21 Jul 2015

Elders should be allowed kereru - Turia

10:04 am on 21 July 2015

Kaumatua should be allowed to eat small amounts of kereru at special occasions, says former Maori Party co-leader Dame Tariana Turia.

Kereru

The kereru is a protected species under the Wildlife Act. Photo: SUPPLIED / WCC

The Department of Conservation is looking into how the protected wood pigeon came to be served at a hui of iwi leaders and government ministers.

Dame Tariana was one of three ministers who attended the hui at an Ohakune marae in 2013 where the bird was served though she was not at the dinner itself.

She told Morning Report that while she believes depleted resources such as kereru should be left alone, she was not opposed to allowing elders access to certain foods that were traditionally part of their diet.

"It does have to be a consideration when we are looking at these issues that on certain occasions, special occasions, that there should be the opportunity for them to have a very small take."

Tariana Turia

Dame Tariana Turia Photo: RNZ

She would not be surprised if the old people would eat kereru as it was something that was part of the culture for generations, and had been part of their lives.

"The fact that it's now become a depleted resource is not the fault of tangata whenua, it is the fact that most of our resources have been destroyed.

"It's not unusual to accept that many of our bird species that were part of cultural take have been depleted hugely as well."

She said consideration should be given, in special circumstances, for elders to be able to continue what has been a practice for them.

Waikato iwi leader Tom Roa, who attended the 2013 meeting, said he had viewed it as an honour that kereru was served.

"This little marae, way in the back blocks of Ohakune, hosting the iwi chiefs from throughout the motu, must have gone to some considerable trouble to put that in front of us, and my immediate thought was, this is special. I mihi to the people of Maungarongo marae."

Regarding the protected species status of the bird, Mr Roa said the protectors of the forest in that area were the people of the marae.

"I don't believe that if there was a danger to the numbers of birds, that they would have put it on the table ... they are the kaitiaki of their forests."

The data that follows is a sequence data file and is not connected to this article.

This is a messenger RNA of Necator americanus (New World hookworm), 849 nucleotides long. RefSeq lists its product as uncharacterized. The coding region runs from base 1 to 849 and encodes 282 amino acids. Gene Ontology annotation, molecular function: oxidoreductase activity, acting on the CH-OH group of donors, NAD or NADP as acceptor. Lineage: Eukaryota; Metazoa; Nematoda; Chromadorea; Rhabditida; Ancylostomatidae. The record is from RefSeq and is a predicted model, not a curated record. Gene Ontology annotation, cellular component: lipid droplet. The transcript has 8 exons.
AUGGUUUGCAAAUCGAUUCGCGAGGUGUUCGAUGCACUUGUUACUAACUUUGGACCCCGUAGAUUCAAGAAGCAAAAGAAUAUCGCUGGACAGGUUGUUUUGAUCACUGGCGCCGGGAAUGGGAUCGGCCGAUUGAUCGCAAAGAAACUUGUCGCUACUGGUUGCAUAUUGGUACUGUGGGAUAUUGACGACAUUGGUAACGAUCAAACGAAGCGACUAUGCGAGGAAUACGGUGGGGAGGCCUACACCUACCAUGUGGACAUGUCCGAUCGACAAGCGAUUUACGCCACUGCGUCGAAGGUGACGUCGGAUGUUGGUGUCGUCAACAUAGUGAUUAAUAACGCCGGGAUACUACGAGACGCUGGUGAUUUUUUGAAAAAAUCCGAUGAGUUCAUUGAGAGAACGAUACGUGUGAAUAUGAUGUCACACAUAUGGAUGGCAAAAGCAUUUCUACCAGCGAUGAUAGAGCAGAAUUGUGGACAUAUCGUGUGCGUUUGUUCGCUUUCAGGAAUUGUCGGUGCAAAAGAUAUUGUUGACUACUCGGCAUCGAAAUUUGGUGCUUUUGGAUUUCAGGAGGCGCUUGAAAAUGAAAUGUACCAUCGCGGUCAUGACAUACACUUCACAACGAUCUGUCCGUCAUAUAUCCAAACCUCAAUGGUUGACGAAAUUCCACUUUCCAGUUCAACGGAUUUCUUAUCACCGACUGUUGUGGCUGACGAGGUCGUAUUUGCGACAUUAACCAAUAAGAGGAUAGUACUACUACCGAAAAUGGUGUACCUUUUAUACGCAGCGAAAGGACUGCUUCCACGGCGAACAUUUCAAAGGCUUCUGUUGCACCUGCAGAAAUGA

Maungarongo marae in Ohakune has confirmed the protected wood pigeons were eaten at the 2013 event, attended by ministers Amy Adams, Nathan Guy as well as Dame Tariana.

A spokesperson for the marae in Ohakune said between three and five birds had been handed to them by DoC.

Marae spokesperson Che Wilson said the feathers were used for weaving, while the bodies were saved for a special occasion.

He said the kereru were mixed with chicken and miromiro berries and served as part of the hakari (feast).

Mr Wilson told Morning Report he was not aware at the time that it was not permitted to eat the bird.

The Wildlife Act allows DoC to authorise the take of protected species for purposes including cultural and traditional uses.

The department says dead kereru can be used for cultural purposes such as cloak weaving and it authorises the transfer of dozens of birds to local iwi each year.

But a spokesman said it was not aware of any application to use dead kereru for food, which it opposed on food safety grounds.

The other two ministers who were at the hui are adamant they were not served the kereru and Dame Tariana doubts they ate any of it.

"Generally in hui of that nature food is set out in bowls and you help yourself. There wouldn't have been sufficient for it to have gone to everybody."

There were 200 people at the hui during the day, she said.

Last month, Northland leader Raniera Sonny Tau was caught with five kereru as he was returning from Invercargill to Northland. He has since taken a group of supporters back to the local marae in Riverton, where he apologised for his actions.